Identifying who is and who is not a gang member isn't as easy as bird watching. There is no definitive list of gang fashions. An exhaustive list of gang hand signs likely isn't in a bookstore near you. While gang members loudly advertised their gang membership in the 1980s and ‘90s, blatant identifiers, such as colors are becoming harder to find. Gangs now tend to differentiate themselves with small details nearly invisible to those not in the know.
“It may be as minute as an earring in only the left ear, only one eyebrow notched, or how their hat is cocked,” Eidam said.
Eidam has an almost fatherly approach with the gang members. He is concerned about their well-being, stern when they are lippy and proud of their good deeds – or absence of bad ones. True to any parent-child relationship, his affection often is couched in discipline.
“They despise me,” Eidam said, smiling. “It gives me great pleasure to know I'm making their lives miserable. As much as I despise what they do, I don't want them dead,” he said. “I know these kids and I've been to many of their funerals. Even though they are gang members, they're still kids.”
The bling's the thing
Most of the hundreds of gang members that counselors at Thornton Township Youth Committee work with every year don't report concern over violent retribution from fellow gang members as they consider leaving their criminal families. Instead, they worry that upon leaving the gang, they will no longer be able to afford the expensive sneakers, gold chains and other amenities that come with drug dealing.
“It's a business, and to these young people a very lucrative one,” said Dr. J.L. Weems, whose organization counsels an average of 1,200 youth and their families each month. About half of the cases involve either gang members or drug users, he said.
“With the gangs, it's all about the bling (flashy jewelry),” Weems said. “When we talk to these kids and try to identify the obstacles they think they will face in leaving the gangs, that's what they tell us.”
Fifteen to 20 years ago, youth feared leaving gangs would result in their
death or brutalization. The only ways out were through a rare “retirement”
or death, Weems said.
That's not true now, Weems said.
“Now the kids don't want to leave behind the money and respect,” he said. “A lot of our kids are afraid of the prospect of trying to make it in this world through mainstream channels.”
Tools to cope
Beyond gang members, Weems' organization also works with hundreds of region youth who use or have used drugs on a regular basis. The youth committee refers those with the worst addictions, including to crack or meth, to more intensive drug rehabilitation centers. For the majority of kids in the region who use substances, alcohol and marijuana are the drugs of choice, Weems said.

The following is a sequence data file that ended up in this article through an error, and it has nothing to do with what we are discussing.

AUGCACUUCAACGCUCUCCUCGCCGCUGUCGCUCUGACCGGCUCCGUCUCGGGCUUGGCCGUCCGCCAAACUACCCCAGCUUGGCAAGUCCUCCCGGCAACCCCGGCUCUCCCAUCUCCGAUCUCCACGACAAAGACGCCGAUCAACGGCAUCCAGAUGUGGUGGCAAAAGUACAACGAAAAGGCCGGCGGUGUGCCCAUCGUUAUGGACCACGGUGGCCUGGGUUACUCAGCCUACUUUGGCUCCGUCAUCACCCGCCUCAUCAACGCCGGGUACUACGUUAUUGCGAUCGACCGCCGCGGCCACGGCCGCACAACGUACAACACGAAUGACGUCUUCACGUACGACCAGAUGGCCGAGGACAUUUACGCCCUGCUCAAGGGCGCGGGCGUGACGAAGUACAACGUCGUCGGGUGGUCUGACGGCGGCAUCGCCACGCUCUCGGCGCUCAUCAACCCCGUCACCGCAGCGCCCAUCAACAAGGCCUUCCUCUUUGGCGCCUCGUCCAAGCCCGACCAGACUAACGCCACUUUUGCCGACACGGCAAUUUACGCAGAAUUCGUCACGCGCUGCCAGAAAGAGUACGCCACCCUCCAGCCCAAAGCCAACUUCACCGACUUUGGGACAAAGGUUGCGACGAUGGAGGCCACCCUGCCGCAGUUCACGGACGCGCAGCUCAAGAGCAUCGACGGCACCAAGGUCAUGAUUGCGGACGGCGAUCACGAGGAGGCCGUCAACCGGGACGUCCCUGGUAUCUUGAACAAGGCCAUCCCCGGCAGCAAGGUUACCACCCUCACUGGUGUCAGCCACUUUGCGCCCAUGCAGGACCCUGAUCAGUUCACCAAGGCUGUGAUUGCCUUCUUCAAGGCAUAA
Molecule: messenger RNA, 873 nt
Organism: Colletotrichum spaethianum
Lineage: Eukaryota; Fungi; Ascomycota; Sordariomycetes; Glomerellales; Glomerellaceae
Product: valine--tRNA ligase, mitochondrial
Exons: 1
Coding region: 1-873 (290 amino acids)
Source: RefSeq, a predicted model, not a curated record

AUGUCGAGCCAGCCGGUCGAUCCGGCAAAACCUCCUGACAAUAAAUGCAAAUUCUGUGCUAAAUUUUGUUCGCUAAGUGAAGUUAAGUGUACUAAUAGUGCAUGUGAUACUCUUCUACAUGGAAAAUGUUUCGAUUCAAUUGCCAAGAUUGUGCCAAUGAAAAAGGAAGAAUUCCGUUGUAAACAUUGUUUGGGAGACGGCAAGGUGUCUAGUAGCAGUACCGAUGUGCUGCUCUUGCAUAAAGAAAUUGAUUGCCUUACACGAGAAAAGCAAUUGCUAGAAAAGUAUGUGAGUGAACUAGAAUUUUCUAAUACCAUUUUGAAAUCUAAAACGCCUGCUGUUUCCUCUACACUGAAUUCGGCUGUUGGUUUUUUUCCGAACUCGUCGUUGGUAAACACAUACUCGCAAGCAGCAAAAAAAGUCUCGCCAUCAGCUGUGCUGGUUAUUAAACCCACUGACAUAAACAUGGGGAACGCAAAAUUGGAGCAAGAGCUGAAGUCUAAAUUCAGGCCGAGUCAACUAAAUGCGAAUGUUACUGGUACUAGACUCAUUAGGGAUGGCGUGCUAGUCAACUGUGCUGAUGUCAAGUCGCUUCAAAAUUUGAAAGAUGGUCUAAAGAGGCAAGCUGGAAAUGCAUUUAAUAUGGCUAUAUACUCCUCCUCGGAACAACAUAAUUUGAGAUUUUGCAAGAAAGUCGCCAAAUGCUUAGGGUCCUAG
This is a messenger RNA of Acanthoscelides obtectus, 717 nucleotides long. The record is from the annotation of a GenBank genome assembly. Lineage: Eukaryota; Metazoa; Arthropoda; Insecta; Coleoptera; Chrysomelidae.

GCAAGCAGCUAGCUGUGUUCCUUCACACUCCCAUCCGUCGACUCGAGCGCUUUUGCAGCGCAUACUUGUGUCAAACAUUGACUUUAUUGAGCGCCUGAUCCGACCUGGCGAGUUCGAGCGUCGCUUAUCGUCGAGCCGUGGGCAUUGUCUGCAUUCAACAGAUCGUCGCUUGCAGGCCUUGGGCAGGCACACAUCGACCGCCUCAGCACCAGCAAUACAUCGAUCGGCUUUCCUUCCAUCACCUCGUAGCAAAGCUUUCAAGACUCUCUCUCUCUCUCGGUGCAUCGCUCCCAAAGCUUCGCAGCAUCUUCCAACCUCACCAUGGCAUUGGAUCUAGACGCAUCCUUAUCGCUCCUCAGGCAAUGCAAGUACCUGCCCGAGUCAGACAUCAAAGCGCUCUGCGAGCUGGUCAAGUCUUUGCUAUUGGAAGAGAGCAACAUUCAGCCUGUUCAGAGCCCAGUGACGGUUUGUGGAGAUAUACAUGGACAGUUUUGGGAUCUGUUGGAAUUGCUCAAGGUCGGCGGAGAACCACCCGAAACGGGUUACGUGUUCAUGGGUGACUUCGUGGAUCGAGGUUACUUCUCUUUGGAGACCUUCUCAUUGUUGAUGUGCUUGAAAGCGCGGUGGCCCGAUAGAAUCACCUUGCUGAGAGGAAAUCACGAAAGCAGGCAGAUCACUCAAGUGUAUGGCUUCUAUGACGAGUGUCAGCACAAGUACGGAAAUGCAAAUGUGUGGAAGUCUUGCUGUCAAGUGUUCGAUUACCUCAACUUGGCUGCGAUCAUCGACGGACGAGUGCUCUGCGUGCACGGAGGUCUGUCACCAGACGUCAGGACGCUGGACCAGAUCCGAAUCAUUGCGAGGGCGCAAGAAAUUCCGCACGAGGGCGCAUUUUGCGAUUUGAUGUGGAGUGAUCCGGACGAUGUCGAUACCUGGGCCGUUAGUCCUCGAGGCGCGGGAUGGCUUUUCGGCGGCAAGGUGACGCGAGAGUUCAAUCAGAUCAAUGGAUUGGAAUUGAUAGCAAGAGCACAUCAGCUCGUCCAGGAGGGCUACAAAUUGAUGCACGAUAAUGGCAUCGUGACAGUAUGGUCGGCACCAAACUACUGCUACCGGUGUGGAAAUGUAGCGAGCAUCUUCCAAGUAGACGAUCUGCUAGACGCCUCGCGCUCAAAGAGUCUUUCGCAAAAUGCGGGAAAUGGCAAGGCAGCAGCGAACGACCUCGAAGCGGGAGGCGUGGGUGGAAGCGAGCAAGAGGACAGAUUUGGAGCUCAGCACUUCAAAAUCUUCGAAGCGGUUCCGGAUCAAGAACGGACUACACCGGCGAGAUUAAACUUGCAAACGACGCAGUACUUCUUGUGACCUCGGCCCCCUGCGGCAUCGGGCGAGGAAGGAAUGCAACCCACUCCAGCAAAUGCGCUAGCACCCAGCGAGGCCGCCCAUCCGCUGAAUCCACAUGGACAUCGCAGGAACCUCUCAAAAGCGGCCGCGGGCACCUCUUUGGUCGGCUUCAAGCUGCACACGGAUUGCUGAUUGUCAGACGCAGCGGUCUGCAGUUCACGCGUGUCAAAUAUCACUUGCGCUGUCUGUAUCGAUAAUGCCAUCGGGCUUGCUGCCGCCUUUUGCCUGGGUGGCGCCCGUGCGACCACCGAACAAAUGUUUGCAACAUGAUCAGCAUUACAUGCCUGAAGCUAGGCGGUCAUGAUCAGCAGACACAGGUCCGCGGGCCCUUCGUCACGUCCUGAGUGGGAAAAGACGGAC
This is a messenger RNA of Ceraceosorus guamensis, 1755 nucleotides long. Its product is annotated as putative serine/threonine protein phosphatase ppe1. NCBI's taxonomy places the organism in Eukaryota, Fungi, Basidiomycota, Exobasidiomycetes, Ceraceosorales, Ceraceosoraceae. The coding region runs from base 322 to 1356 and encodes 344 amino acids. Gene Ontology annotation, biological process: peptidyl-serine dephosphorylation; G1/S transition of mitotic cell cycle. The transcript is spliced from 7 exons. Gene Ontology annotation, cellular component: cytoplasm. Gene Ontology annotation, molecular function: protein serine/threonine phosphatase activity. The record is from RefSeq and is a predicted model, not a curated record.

“In most of the cases we see, the drugs end up a way for kids to escape their reality,” Weems said. “We're not talking the types of hard-core addiction you see to crack or meth. We're talking mostly about kids who don't have the tools to cope with their problems and develop a psychological dependence.”
The goal of counselors in helping children break that dependence is nearly identical to the tactics used in helping kids leave behind gangs, Weems said. Children must be helped by adults to identify the things that keep them coming back for more harmful elements, he said.
“Whether you're talking about gangs or drugs, it's about getting the kids to conceive of options outside of their own heads,” Weems said.
That is not usually something children especially those with weak or absent parents can do on their own, he said. As a federal agent who sees gang members, drug dealers and addicts on a daily basis, Becker agrees. Parents n even the single ones who work long hours to support their families n must take the time to communicate with their children and look for signs of distress, both men agree. Fathers need to take a greater role in their children's lives as well. The majority of children in gangs n boys or girls n come from fatherless homes, Weems said.
Becker said the community needs to take a more active role in reporting gang and other vice activity they see on city streets.
“We can commit 100 agents to the area to fight gangs and drugs, but it won't do any good if we don't get help from the community,” he said. “The safety of the region and its children depend on that.”